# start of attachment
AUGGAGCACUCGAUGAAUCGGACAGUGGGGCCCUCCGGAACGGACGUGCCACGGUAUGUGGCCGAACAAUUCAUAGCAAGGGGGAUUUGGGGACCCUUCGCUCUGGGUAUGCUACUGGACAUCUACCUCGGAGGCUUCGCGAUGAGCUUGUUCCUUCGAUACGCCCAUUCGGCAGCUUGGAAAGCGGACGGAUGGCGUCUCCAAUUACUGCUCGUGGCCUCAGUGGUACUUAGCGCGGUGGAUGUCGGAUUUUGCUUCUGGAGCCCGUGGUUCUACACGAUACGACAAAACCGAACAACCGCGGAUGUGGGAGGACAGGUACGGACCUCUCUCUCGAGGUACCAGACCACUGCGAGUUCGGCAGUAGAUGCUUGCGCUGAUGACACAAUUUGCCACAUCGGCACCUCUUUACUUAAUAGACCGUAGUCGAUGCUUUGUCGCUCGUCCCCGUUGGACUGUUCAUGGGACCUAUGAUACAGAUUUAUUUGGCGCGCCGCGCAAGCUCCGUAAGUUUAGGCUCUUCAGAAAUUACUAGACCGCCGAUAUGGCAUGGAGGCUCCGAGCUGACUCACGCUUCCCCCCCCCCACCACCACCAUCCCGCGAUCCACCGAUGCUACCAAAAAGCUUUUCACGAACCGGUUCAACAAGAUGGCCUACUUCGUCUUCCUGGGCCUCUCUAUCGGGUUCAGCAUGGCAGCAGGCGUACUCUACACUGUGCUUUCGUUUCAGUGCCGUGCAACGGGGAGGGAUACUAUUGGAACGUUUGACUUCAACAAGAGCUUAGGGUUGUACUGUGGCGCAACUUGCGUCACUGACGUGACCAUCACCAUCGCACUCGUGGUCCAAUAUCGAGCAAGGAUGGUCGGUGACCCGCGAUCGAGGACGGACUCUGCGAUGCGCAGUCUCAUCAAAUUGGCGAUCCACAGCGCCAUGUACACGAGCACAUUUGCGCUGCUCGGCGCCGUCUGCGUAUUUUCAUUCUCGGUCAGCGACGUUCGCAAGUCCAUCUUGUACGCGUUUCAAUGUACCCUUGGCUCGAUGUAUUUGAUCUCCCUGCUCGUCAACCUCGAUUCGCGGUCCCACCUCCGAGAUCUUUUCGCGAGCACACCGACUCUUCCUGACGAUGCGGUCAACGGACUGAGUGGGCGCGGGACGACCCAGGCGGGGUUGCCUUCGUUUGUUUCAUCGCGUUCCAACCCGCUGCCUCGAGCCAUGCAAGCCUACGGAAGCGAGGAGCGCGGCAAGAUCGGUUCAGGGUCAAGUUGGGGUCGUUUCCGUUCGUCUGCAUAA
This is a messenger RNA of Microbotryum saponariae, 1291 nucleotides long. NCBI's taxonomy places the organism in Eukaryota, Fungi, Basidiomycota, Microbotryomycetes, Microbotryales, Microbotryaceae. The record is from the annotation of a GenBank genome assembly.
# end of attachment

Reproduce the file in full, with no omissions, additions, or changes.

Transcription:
AUGGAGCACUCGAUGAAUCGGACAGUGGGGCCCUCCGGAACGGACGUGCCACGGUAUGUGGCCGAACAAUUCAUAGCAAGGGGGAUUUGGGGACCCUUCGCUCUGGGUAUGCUACUGGACAUCUACCUCGGAGGCUUCGCGAUGAGCUUGUUCCUUCGAUACGCCCAUUCGGCAGCUUGGAAAGCGGACGGAUGGCGUCUCCAAUUACUGCUCGUGGCCUCAGUGGUACUUAGCGCGGUGGAUGUCGGAUUUUGCUUCUGGAGCCCGUGGUUCUACACGAUACGACAAAACCGAACAACCGCGGAUGUGGGAGGACAGGUACGGACCUCUCUCUCGAGGUACCAGACCACUGCGAGUUCGGCAGUAGAUGCUUGCGCUGAUGACACAAUUUGCCACAUCGGCACCUCUUUACUUAAUAGACCGUAGUCGAUGCUUUGUCGCUCGUCCCCGUUGGACUGUUCAUGGGACCUAUGAUACAGAUUUAUUUGGCGCGCCGCGCAAGCUCCGUAAGUUUAGGCUCUUCAGAAAUUACUAGACCGCCGAUAUGGCAUGGAGGCUCCGAGCUGACUCACGCUUCCCCCCCCCCACCACCACCAUCCCGCGAUCCACCGAUGCUACCAAAAAGCUUUUCACGAACCGGUUCAACAAGAUGGCCUACUUCGUCUUCCUGGGCCUCUCUAUCGGGUUCAGCAUGGCAGCAGGCGUACUCUACACUGUGCUUUCGUUUCAGUGCCGUGCAACGGGGAGGGAUACUAUUGGAACGUUUGACUUCAACAAGAGCUUAGGGUUGUACUGUGGCGCAACUUGCGUCACUGACGUGACCAUCACCAUCGCACUCGUGGUCCAAUAUCGAGCAAGGAUGGUCGGUGACCCGCGAUCGAGGACGGACUCUGCGAUGCGCAGUCUCAUCAAAUUGGCGAUCCACAGCGCCAUGUACACGAGCACAUUUGCGCUGCUCGGCGCCGUCUGCGUAUUUUCAUUCUCGGUCAGCGACGUUCGCAAGUCCAUCUUGUACGCGUUUCAAUGUACCCUUGGCUCGAUGUAUUUGAUCUCCCUGCUCGUCAACCUCGAUUCGCGGUCCCACCUCCGAGAUCUUUUCGCGAGCACACCGACUCUUCCUGACGAUGCGGUCAACGGACUGAGUGGGCGCGGGACGACCCAGGCGGGGUUGCCUUCGUUUGUUUCAUCGCGUUCCAACCCGCUGCCUCGAGCCAUGCAAGCCUACGGAAGCGAGGAGCGCGGCAAGAUCGGUUCAGGGUCAAGUUGGGGUCGUUUCCGUUCGUCUGCAUAA
This is a messenger RNA of Microbotryum saponariae, 1291 nucleotides long. NCBI's taxonomy places the organism in Eukaryota, Fungi, Basidiomycota, Microbotryomycetes, Microbotryales, Microbotryaceae. The record is from the annotation of a GenBank genome assembly.